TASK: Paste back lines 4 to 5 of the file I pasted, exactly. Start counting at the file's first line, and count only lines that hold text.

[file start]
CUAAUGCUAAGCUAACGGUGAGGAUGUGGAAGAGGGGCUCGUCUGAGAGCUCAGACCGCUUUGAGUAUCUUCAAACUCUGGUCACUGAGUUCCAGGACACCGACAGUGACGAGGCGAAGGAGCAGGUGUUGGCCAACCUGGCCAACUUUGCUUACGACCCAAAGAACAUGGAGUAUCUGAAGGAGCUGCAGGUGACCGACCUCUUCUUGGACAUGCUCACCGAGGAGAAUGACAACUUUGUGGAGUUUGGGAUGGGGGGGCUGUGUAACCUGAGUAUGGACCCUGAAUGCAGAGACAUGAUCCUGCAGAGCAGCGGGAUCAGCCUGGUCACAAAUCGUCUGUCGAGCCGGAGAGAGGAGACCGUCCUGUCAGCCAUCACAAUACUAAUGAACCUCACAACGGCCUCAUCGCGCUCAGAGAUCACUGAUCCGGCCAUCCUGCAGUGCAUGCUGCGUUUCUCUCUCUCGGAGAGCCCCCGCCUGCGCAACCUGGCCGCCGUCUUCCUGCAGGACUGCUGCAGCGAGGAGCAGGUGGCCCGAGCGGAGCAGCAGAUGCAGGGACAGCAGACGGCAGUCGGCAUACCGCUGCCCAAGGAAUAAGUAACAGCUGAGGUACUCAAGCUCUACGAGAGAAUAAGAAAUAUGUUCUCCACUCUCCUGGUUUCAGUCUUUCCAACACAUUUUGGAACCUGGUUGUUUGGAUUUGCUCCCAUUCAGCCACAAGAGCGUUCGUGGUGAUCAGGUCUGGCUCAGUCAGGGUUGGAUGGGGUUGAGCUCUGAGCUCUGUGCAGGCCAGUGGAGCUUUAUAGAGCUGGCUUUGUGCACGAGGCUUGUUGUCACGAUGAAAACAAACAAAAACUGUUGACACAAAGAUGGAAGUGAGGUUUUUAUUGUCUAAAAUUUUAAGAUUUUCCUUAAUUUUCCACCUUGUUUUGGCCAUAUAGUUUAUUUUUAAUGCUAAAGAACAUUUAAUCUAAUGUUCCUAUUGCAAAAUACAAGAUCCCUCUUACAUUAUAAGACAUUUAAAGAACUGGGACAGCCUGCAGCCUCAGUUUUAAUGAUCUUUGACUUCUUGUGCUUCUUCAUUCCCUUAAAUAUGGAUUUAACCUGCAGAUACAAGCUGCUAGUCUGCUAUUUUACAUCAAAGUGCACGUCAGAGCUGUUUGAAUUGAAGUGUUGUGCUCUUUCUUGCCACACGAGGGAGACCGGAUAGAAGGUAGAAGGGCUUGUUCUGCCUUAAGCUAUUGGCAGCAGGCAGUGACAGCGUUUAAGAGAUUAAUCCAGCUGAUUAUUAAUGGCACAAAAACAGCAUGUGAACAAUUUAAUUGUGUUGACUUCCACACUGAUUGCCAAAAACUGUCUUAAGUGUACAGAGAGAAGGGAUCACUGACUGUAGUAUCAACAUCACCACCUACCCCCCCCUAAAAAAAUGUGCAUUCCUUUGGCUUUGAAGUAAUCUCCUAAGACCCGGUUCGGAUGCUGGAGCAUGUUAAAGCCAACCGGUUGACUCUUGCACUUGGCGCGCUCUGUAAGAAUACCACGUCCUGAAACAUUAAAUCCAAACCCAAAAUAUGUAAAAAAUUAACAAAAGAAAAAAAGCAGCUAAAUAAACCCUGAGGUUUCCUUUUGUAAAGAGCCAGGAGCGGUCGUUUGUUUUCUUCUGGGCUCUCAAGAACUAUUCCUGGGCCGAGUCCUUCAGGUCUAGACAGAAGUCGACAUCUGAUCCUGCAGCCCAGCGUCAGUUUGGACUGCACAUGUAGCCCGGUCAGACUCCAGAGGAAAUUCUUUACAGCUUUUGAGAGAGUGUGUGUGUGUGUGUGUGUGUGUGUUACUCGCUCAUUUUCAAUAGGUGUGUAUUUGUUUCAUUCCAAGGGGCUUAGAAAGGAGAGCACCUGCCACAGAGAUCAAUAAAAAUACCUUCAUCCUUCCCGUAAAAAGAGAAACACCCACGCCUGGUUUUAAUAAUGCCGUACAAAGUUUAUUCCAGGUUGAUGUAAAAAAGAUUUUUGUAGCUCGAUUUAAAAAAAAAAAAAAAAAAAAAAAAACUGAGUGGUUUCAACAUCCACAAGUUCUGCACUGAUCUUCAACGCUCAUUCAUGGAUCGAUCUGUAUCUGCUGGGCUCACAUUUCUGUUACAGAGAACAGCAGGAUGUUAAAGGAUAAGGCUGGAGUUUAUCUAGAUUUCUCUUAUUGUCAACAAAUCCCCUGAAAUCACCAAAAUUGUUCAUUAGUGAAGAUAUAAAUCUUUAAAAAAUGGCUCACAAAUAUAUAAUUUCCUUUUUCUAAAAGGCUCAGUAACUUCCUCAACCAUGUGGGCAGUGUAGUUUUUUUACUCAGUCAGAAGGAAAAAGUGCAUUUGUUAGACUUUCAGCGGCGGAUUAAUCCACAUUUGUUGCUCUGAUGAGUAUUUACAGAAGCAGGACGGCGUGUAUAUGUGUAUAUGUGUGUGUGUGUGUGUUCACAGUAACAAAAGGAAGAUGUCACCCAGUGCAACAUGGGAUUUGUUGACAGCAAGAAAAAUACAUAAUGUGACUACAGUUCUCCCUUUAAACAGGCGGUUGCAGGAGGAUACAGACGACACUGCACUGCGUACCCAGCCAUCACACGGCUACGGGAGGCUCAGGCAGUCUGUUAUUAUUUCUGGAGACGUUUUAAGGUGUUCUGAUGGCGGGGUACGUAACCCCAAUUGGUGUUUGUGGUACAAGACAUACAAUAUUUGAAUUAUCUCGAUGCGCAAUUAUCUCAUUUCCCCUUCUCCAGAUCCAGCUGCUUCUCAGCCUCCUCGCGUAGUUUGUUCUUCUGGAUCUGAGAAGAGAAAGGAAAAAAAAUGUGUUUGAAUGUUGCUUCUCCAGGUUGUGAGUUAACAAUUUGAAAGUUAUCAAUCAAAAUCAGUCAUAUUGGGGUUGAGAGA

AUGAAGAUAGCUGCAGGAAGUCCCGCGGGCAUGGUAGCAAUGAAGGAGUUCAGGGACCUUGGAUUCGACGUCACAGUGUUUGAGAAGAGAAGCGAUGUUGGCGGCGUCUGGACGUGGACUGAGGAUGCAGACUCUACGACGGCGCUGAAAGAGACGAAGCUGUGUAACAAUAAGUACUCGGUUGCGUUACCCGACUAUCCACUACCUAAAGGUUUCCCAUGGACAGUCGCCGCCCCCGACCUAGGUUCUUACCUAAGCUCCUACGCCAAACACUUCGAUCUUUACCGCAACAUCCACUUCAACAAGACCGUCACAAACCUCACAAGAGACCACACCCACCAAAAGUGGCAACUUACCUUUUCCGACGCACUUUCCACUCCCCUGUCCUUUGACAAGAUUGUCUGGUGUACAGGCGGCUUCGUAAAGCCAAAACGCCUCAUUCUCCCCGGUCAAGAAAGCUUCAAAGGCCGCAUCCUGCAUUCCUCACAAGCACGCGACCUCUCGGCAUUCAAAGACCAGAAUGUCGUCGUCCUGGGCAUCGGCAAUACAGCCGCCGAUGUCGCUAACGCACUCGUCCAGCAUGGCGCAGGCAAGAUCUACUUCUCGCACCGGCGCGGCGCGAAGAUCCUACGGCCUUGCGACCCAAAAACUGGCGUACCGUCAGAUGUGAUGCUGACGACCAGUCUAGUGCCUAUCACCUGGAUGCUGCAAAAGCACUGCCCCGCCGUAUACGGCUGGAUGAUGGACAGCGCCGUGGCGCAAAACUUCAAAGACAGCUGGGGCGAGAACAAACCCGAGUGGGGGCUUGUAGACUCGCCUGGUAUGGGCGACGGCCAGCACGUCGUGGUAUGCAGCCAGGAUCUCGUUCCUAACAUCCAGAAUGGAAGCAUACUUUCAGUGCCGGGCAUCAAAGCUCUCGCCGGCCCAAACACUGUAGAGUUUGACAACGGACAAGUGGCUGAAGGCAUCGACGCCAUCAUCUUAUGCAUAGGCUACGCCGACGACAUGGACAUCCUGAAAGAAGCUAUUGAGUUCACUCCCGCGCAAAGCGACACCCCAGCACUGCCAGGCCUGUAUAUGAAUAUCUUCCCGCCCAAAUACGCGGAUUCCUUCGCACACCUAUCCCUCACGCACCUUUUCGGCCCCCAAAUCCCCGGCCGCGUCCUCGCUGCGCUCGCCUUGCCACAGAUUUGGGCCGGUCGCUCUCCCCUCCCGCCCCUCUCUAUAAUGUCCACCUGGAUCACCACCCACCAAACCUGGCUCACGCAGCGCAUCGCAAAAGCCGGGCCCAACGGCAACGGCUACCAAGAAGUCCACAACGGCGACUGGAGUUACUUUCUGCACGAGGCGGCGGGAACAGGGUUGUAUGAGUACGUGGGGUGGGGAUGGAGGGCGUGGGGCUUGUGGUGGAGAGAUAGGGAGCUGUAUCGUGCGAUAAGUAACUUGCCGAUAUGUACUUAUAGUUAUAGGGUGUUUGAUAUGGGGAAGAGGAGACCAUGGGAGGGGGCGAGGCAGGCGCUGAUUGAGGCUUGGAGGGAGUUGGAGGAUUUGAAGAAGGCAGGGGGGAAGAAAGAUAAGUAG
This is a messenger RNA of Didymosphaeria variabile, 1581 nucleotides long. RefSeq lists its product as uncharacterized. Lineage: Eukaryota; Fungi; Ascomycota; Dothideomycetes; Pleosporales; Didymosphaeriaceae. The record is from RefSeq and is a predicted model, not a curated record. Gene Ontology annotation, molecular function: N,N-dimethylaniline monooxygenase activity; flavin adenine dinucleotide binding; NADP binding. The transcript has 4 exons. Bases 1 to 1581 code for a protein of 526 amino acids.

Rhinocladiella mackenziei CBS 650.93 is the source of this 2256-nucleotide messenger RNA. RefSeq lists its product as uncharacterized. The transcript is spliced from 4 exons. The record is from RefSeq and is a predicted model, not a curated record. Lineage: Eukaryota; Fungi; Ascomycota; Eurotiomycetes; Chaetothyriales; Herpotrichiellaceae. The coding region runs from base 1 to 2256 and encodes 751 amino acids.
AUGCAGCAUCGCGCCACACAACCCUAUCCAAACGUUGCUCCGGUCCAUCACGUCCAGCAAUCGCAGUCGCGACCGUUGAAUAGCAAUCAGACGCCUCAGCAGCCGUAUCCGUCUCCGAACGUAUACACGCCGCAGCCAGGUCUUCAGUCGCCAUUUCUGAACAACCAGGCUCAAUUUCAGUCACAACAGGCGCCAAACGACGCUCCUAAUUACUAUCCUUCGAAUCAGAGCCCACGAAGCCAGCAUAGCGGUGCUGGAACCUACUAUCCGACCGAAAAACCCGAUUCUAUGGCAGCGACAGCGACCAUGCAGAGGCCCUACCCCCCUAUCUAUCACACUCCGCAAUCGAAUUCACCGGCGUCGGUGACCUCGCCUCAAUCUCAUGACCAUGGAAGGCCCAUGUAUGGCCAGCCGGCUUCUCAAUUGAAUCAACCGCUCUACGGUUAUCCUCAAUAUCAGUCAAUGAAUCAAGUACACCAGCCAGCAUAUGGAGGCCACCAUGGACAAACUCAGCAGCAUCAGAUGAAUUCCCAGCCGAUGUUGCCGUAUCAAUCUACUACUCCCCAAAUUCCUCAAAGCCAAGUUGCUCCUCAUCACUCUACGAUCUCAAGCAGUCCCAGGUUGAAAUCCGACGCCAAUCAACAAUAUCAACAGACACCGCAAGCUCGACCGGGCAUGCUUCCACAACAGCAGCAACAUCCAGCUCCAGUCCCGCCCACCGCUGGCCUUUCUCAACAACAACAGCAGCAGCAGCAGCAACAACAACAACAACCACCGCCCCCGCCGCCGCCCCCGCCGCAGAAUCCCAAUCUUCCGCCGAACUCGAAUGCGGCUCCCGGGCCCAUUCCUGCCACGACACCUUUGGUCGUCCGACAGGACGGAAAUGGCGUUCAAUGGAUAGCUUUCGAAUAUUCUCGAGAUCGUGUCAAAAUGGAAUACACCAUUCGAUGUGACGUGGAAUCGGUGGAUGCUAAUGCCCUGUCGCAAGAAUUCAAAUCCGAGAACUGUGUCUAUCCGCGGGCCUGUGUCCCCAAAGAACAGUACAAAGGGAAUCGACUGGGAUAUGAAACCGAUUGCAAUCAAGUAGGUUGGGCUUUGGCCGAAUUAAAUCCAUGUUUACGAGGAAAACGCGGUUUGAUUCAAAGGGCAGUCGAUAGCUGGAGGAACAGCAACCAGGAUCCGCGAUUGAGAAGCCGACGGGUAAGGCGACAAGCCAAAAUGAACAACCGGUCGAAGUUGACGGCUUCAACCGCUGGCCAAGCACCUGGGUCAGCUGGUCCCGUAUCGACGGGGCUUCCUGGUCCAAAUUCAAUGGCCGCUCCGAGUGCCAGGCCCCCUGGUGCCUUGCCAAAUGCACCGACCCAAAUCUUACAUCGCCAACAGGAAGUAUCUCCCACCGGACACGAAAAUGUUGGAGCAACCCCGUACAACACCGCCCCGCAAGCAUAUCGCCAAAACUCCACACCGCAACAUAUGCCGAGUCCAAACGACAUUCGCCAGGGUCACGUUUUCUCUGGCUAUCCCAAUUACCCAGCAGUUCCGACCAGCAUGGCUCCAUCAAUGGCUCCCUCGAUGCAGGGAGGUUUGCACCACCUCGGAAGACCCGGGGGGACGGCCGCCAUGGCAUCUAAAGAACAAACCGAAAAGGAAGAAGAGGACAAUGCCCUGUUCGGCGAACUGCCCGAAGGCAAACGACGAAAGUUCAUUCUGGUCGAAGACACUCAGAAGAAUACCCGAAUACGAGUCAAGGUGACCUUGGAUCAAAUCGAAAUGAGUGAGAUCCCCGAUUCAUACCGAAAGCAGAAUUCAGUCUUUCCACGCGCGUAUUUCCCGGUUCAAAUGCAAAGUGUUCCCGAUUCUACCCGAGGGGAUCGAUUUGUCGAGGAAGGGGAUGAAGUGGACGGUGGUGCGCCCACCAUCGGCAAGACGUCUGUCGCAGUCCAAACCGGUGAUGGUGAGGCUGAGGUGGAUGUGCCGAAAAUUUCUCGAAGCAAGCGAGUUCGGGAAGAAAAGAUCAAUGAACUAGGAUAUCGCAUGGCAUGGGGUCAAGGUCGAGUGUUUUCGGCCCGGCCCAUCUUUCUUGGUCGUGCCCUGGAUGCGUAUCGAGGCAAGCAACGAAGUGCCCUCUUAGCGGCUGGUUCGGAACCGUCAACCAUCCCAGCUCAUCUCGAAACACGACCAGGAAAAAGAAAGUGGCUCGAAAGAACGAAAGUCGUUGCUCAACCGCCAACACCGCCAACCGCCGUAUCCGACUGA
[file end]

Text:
Rhinocladiella mackenziei CBS 650.93 is the source of this 2256-nucleotide messenger RNA. RefSeq lists its product as uncharacterized. The transcript is spliced from 4 exons. The record is from RefSeq and is a predicted model, not a curated record. Lineage: Eukaryota; Fungi; Ascomycota; Eurotiomycetes; Chaetothyriales; Herpotrichiellaceae. The coding region runs from base 1 to 2256 and encodes 751 amino acids.
AUGCAGCAUCGCGCCACACAACCCUAUCCAAACGUUGCUCCGGUCCAUCACGUCCAGCAAUCGCAGUCGCGACCGUUGAAUAGCAAUCAGACGCCUCAGCAGCCGUAUCCGUCUCCGAACGUAUACACGCCGCAGCCAGGUCUUCAGUCGCCAUUUCUGAACAACCAGGCUCAAUUUCAGUCACAACAGGCGCCAAACGACGCUCCUAAUUACUAUCCUUCGAAUCAGAGCCCACGAAGCCAGCAUAGCGGUGCUGGAACCUACUAUCCGACCGAAAAACCCGAUUCUAUGGCAGCGACAGCGACCAUGCAGAGGCCCUACCCCCCUAUCUAUCACACUCCGCAAUCGAAUUCACCGGCGUCGGUGACCUCGCCUCAAUCUCAUGACCAUGGAAGGCCCAUGUAUGGCCAGCCGGCUUCUCAAUUGAAUCAACCGCUCUACGGUUAUCCUCAAUAUCAGUCAAUGAAUCAAGUACACCAGCCAGCAUAUGGAGGCCACCAUGGACAAACUCAGCAGCAUCAGAUGAAUUCCCAGCCGAUGUUGCCGUAUCAAUCUACUACUCCCCAAAUUCCUCAAAGCCAAGUUGCUCCUCAUCACUCUACGAUCUCAAGCAGUCCCAGGUUGAAAUCCGACGCCAAUCAACAAUAUCAACAGACACCGCAAGCUCGACCGGGCAUGCUUCCACAACAGCAGCAACAUCCAGCUCCAGUCCCGCCCACCGCUGGCCUUUCUCAACAACAACAGCAGCAGCAGCAGCAACAACAACAACAACCACCGCCCCCGCCGCCGCCCCCGCCGCAGAAUCCCAAUCUUCCGCCGAACUCGAAUGCGGCUCCCGGGCCCAUUCCUGCCACGACACCUUUGGUCGUCCGACAGGACGGAAAUGGCGUUCAAUGGAUAGCUUUCGAAUAUUCUCGAGAUCGUGUCAAAAUGGAAUACACCAUUCGAUGUGACGUGGAAUCGGUGGAUGCUAAUGCCCUGUCGCAAGAAUUCAAAUCCGAGAACUGUGUCUAUCCGCGGGCCUGUGUCCCCAAAGAACAGUACAAAGGGAAUCGACUGGGAUAUGAAACCGAUUGCAAUCAAGUAGGUUGGGCUUUGGCCGAAUUAAAUCCAUGUUUACGAGGAAAACGCGGUUUGAUUCAAAGGGCAGUCGAUAGCUGGAGGAACAGCAACCAGGAUCCGCGAUUGAGAAGCCGACGGGUAAGGCGACAAGCCAAAAUGAACAACCGGUCGAAGUUGACGGCUUCAACCGCUGGCCAAGCACCUGGGUCAGCUGGUCCCGUAUCGACGGGGCUUCCUGGUCCAAAUUCAAUGGCCGCUCCGAGUGCCAGGCCCCCUGGUGCCUUGCCAAAUGCACCGACCCAAAUCUUACAUCGCCAACAGGAAGUAUCUCCCACCGGACACGAAAAUGUUGGAGCAACCCCGUACAACACCGCCCCGCAAGCAUAUCGCCAAAACUCCACACCGCAACAUAUGCCGAGUCCAAACGACAUUCGCCAGGGUCACGUUUUCUCUGGCUAUCCCAAUUACCCAGCAGUUCCGACCAGCAUGGCUCCAUCAAUGGCUCCCUCGAUGCAGGGAGGUUUGCACCACCUCGGAAGACCCGGGGGGACGGCCGCCAUGGCAUCUAAAGAACAAACCGAAAAGGAAGAAGAGGACAAUGCCCUGUUCGGCGAACUGCCCGAAGGCAAACGACGAAAGUUCAUUCUGGUCGAAGACACUCAGAAGAAUACCCGAAUACGAGUCAAGGUGACCUUGGAUCAAAUCGAAAUGAGUGAGAUCCCCGAUUCAUACCGAAAGCAGAAUUCAGUCUUUCCACGCGCGUAUUUCCCGGUUCAAAUGCAAAGUGUUCCCGAUUCUACCCGAGGGGAUCGAUUUGUCGAGGAAGGGGAUGAAGUGGACGGUGGUGCGCCCACCAUCGGCAAGACGUCUGUCGCAGUCCAAACCGGUGAUGGUGAGGCUGAGGUGGAUGUGCCGAAAAUUUCUCGAAGCAAGCGAGUUCGGGAAGAAAAGAUCAAUGAACUAGGAUAUCGCAUGGCAUGGGGUCAAGGUCGAGUGUUUUCGGCCCGGCCCAUCUUUCUUGGUCGUGCCCUGGAUGCGUAUCGAGGCAAGCAACGAAGUGCCCUCUUAGCGGCUGGUUCGGAACCGUCAACCAUCCCAGCUCAUCUCGAAACACGACCAGGAAAAAGAAAGUGGCUCGAAAGAACGAAAGUCGUUGCUCAACCGCCAACACCGCCAACCGCCGUAUCCGACUGA